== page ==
Nonetheless, bit by bit, their message of qualified reconciliation with this or that aspect of modernity won support, reinforced by the practical concessions that popes and bishops had to make to the political realities in nations from Belgium to the United States. Eventually Christian Democracy triumphed in post–World War II Europe, a bulwark against Communist totalitarianism but shorn of the anti-modern Catholicism discredited by complicity with Nazi totalitarianism and allied regimes. It remained for Vatican II to do the intellectual and theological mopping up.
There are a number of snags in that story. One is how little attention it devotes to the 1920s and 1930s and the widespread Catholic turn to authoritarian, even totalitarian, right-wing movements and regimes, from Austria to Spain and Portugal, from Italy to Germany, and, after war broke out, from Slovakia and Croatia to Vichy France. Was this only an exceptional interlude, a momentary detour on the long march to Vatican II, a last gasp of a doomed Catholic war against modernity?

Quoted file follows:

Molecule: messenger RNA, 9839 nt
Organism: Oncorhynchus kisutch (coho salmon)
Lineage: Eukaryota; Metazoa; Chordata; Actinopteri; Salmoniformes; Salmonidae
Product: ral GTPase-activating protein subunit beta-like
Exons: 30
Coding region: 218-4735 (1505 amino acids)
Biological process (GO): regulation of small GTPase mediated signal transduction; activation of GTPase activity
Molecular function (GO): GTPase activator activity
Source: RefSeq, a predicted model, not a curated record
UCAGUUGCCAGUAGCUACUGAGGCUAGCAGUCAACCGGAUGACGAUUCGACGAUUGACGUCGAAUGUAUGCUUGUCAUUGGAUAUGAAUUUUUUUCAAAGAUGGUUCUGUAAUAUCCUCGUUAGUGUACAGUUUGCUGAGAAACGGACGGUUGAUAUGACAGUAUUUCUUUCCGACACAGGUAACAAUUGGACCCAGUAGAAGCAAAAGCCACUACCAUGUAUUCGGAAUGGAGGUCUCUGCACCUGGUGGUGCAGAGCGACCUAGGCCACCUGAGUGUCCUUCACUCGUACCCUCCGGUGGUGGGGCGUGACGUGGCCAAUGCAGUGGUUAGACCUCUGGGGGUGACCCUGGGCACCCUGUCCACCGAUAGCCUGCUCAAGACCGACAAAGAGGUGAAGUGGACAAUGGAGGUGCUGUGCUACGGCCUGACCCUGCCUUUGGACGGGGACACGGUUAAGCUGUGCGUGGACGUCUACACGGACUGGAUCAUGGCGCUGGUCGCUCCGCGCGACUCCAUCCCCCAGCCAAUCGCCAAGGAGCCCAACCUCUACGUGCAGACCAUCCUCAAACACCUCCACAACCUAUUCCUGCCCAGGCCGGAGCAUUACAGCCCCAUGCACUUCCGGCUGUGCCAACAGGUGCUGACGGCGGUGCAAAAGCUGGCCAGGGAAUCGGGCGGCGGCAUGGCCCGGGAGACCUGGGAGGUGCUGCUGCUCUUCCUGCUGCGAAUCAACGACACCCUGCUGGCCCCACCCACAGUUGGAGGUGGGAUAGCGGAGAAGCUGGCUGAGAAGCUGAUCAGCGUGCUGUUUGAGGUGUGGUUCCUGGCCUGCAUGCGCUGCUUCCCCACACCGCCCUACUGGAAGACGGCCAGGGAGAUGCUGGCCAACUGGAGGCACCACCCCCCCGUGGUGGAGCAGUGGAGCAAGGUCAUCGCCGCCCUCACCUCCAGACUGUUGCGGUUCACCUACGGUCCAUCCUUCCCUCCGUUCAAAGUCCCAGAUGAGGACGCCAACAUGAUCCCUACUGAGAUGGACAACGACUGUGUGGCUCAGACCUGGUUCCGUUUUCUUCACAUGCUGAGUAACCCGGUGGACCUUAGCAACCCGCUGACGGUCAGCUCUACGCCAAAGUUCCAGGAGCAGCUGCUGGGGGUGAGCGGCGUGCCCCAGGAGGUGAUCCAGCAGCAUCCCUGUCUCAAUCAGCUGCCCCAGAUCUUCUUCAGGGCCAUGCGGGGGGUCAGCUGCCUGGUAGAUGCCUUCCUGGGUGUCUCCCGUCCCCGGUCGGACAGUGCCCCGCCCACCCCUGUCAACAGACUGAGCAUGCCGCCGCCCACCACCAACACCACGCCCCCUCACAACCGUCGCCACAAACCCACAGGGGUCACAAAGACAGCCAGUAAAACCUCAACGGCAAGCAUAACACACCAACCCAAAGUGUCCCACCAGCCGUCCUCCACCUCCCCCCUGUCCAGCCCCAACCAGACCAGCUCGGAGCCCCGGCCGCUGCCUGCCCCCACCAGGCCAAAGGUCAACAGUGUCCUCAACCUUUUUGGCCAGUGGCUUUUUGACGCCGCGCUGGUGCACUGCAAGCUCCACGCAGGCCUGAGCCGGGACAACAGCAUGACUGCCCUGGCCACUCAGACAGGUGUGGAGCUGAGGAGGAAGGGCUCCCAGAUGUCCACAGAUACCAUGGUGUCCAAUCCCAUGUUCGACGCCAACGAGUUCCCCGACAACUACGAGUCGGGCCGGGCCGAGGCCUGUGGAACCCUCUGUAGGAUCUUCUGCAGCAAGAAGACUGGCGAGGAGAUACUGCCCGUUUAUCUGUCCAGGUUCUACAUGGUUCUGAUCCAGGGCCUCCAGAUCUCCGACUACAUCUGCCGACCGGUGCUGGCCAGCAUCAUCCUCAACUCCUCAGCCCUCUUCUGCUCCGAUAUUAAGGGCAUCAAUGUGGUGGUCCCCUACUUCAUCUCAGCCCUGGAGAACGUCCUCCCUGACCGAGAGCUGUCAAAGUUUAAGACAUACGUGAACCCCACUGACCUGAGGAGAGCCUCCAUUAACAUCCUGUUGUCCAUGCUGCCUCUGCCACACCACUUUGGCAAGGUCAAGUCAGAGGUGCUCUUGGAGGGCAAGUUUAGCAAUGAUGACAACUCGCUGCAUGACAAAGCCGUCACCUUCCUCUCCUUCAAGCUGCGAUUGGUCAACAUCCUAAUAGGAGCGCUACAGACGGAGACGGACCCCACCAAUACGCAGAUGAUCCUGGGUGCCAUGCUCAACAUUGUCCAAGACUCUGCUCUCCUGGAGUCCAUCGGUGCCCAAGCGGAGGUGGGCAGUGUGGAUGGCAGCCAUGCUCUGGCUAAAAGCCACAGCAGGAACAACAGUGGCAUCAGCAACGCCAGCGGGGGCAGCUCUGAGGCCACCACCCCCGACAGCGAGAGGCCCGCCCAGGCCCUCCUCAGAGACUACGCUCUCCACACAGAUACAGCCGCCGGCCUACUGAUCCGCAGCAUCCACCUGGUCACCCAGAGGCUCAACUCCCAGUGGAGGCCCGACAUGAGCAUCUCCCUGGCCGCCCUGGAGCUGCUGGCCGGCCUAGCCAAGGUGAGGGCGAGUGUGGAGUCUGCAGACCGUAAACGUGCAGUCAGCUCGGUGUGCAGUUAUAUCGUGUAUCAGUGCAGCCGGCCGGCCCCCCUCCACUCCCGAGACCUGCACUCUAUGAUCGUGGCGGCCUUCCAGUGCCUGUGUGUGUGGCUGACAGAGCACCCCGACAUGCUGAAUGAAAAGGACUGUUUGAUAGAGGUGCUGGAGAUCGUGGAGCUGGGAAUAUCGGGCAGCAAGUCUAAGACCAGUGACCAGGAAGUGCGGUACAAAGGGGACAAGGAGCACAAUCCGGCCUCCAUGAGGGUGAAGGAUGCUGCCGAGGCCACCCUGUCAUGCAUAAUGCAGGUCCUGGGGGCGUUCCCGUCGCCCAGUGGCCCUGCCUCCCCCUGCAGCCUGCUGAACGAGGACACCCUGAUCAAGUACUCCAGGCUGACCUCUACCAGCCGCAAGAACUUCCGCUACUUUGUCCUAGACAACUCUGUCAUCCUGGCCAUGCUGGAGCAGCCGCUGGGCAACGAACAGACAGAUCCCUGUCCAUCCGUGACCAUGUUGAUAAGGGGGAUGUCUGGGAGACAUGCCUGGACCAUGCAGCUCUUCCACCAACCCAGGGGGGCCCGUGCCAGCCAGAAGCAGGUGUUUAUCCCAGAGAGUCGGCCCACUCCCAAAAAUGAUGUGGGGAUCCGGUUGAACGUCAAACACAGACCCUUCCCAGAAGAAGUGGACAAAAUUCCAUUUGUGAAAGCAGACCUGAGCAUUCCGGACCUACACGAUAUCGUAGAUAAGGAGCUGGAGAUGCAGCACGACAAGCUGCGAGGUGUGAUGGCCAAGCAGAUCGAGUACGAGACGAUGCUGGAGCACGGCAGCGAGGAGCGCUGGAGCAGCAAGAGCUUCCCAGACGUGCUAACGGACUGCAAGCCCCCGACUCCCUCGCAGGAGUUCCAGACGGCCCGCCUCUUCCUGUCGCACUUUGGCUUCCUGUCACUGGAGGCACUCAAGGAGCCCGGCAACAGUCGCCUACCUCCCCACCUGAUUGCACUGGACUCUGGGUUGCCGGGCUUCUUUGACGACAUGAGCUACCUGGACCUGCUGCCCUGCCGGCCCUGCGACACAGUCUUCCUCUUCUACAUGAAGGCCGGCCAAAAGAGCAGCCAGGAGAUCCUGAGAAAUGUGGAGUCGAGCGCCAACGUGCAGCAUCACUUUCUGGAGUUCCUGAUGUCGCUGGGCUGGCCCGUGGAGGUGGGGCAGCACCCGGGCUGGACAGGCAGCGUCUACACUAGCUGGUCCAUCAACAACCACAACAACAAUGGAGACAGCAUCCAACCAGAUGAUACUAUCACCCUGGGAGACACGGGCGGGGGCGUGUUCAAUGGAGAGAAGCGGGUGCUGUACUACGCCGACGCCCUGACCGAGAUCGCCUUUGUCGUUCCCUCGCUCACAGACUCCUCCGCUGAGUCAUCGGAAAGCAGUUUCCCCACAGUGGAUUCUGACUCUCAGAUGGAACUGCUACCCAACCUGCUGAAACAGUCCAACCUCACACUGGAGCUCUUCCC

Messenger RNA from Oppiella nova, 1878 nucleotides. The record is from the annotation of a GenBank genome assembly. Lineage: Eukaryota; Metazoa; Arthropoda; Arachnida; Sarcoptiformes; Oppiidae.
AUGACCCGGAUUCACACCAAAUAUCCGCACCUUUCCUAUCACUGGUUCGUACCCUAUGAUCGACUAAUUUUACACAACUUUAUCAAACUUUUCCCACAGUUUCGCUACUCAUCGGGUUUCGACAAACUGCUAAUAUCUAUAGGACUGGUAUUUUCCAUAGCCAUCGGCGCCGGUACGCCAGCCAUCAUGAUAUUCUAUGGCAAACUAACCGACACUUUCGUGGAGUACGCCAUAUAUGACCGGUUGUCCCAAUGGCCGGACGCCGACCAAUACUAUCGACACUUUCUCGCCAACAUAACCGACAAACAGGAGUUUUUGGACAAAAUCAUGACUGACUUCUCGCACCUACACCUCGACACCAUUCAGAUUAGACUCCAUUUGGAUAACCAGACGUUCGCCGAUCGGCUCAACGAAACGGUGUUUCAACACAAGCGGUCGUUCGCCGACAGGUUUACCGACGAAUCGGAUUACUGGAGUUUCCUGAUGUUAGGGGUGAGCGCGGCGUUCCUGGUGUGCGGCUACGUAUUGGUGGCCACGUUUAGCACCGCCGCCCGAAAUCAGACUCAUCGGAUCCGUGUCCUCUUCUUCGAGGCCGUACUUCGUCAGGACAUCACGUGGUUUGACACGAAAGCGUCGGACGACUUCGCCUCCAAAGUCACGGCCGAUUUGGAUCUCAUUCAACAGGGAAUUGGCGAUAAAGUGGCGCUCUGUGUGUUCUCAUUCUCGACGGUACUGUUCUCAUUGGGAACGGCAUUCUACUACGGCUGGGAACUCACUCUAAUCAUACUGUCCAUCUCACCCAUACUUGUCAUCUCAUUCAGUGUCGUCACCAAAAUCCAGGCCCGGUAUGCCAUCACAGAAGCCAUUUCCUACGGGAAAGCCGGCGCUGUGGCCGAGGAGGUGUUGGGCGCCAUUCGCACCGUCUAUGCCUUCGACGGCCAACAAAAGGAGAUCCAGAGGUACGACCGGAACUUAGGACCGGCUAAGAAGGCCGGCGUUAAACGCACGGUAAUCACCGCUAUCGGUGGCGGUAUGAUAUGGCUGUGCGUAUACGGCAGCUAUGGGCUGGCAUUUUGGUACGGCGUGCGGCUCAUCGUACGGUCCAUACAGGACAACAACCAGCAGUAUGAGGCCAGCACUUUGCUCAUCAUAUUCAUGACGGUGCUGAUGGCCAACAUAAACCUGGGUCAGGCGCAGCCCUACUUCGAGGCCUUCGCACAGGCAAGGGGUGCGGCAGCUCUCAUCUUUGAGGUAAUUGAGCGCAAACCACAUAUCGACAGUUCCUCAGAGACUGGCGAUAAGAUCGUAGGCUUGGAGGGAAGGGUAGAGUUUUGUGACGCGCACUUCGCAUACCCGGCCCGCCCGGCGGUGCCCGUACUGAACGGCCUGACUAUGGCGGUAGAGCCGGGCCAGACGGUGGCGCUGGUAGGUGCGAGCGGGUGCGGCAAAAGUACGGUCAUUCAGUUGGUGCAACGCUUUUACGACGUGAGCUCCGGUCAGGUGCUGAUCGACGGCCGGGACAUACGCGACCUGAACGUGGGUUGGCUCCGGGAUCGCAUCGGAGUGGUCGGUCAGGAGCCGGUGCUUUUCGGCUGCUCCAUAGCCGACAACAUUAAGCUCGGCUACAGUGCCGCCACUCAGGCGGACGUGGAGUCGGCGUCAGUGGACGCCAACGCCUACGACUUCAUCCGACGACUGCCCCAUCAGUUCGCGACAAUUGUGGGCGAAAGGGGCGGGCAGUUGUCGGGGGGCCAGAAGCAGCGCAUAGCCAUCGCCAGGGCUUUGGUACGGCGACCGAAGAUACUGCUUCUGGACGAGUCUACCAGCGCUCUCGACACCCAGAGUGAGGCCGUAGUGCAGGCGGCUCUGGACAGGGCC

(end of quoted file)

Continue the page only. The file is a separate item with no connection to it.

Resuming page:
No, says Chappel in his highly creative, massively researched, and eye-opening Catholic Modern. Anyone assuming that his subtitle, The Challenge of Totalitarianism and the Remaking of the Church, describes a church accepting modernity in recoil from totalitarianism would be mistaken. On the contrary, Chappel argues that Catholicism gave up its battle against modernity precisely in the course of collaborating with those totalitarian or totalitarian-friendly regimes—and only to a lesser extent in resisting them.